Nuclear reactors 'evolve' inside supercomputers
- 09:48 09 June 2006
- NewScientist.com news service
Nuclear reactors could be built more efficiently using supercomputers to artificially "evolve" designs, say engineers from the US Department of Energy's Oak Ridge National Laboratory in Tennessee.
They have found they can speed up the extremely complex process of designing a reactor and generate novel designs from scratch by simulating natural selection.
Designing a nuclear reactor normally involves input from various specialists and the resulting structure can be uniquely influenced by this collaborative process.
"The design that comes out of this lengthy process is typically sub-optimal," says Louis Qualls, a nuclear systems specialist at Oak Ridge National Laboratory. "If you started with a different person, or designed pieces in a different order, you would get a different system."
Qualls and his colleagues were looking for a more efficient design approach and found inspiration in biological evolution. They used software tools known as genetic algorithms to evolve different reactor designs. Similar algorithms are already used in many different fields to evolve highly efficient solutions to particular problems.
The algorithms they created first produce a population of reactor designs by randomising all the different design factors involved. Each design is then tested in a simulation for its "fitness", measuring its performance efficiency, running cost, safety and other parameters.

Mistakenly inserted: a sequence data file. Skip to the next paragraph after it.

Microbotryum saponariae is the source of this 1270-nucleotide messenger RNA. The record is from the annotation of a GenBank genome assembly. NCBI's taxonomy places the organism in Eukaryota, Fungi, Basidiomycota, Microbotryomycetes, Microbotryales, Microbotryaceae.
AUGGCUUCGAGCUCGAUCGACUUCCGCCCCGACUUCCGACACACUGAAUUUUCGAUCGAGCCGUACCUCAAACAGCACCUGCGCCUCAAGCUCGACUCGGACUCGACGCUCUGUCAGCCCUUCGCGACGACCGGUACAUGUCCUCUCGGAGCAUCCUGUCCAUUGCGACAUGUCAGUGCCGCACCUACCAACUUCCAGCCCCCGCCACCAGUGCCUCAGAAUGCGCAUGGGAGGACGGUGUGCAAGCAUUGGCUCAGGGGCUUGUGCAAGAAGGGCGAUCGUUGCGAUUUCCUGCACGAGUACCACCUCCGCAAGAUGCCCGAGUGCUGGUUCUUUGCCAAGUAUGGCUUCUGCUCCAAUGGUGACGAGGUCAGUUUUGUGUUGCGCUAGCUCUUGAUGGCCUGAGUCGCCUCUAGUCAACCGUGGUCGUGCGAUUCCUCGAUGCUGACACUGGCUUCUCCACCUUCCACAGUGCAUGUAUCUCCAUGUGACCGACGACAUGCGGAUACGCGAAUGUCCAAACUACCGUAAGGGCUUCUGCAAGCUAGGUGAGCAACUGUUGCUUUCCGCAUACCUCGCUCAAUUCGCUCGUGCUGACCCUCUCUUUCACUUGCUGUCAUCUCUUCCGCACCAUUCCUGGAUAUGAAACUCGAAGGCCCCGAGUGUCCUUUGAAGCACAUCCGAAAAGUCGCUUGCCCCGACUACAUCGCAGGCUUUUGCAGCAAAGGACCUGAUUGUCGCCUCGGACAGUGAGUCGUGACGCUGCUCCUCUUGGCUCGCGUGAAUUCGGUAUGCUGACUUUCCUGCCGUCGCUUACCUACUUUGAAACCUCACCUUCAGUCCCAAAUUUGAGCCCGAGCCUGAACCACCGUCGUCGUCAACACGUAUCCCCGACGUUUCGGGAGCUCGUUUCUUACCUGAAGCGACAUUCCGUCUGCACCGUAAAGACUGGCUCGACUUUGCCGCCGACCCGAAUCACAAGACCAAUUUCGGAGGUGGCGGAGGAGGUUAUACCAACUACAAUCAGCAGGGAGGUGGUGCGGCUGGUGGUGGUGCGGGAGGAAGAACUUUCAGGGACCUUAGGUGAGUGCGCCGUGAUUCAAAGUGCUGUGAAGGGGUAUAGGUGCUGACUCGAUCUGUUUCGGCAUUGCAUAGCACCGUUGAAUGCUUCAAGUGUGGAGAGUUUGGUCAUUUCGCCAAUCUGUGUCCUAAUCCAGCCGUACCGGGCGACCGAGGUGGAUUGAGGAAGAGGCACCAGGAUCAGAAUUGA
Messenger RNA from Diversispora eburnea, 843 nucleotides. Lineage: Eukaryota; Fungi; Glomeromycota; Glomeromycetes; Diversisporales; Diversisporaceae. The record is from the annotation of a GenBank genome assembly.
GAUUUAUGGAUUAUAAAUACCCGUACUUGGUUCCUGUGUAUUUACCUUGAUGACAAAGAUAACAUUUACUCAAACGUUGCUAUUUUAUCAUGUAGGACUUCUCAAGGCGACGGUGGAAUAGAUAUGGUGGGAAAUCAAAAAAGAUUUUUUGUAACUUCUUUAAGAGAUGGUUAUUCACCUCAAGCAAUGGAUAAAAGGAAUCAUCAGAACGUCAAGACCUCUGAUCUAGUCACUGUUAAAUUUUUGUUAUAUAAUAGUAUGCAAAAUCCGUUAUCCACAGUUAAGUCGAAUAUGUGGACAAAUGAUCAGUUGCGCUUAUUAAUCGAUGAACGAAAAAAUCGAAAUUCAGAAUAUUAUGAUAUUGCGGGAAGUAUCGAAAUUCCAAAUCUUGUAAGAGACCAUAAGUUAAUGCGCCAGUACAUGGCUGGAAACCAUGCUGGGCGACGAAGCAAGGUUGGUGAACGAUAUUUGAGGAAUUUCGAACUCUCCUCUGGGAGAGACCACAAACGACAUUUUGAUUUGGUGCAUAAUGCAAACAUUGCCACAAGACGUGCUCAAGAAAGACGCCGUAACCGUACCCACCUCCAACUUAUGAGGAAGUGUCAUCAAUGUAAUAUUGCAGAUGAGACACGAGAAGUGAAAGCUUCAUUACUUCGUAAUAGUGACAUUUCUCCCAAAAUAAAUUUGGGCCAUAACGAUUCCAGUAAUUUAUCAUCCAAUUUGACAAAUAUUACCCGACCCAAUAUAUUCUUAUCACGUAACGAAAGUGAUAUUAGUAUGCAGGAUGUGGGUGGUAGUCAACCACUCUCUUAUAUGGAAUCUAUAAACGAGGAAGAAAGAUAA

The designs that perform best are singled out for survival. They are mutated and recombined to create the next generation of designs. After many cycles, the potential of the most refined designs is evaluated by engineers.
"[Simulated evolution] will come up with some systems we would just never have thought of," Qualls says. "It won't replace the experts or come up with a finished design, but it makes it possible to consider options they wouldn't have had otherwise."
The parameters used to decide which designs survive can also be tweaked to meet different overall criteria. "If I were a businessman I'd want to make the most profit," explains Qualls. "But a safety engineer would want one that is least likely to break down."
Qualls's team has used the approach to help design the reactor for a NASA spacecraft designed to one day travel to the asteroid belt. In this case, weight was the main design concern.
Andy Keane, an independent genetic algorithms expert at Southampton University, UK, says this approach has already proven useful in other fields of engineering.
But for very complex problems, such as nuclear reactor design, he says it is important to combine genetic algorithms with sophisticated methods of simulation and analysis. "Research is now focused on integrating genetic algorithms with other techniques and more powerful computation," Keane says. "This means we can produce more complete designs."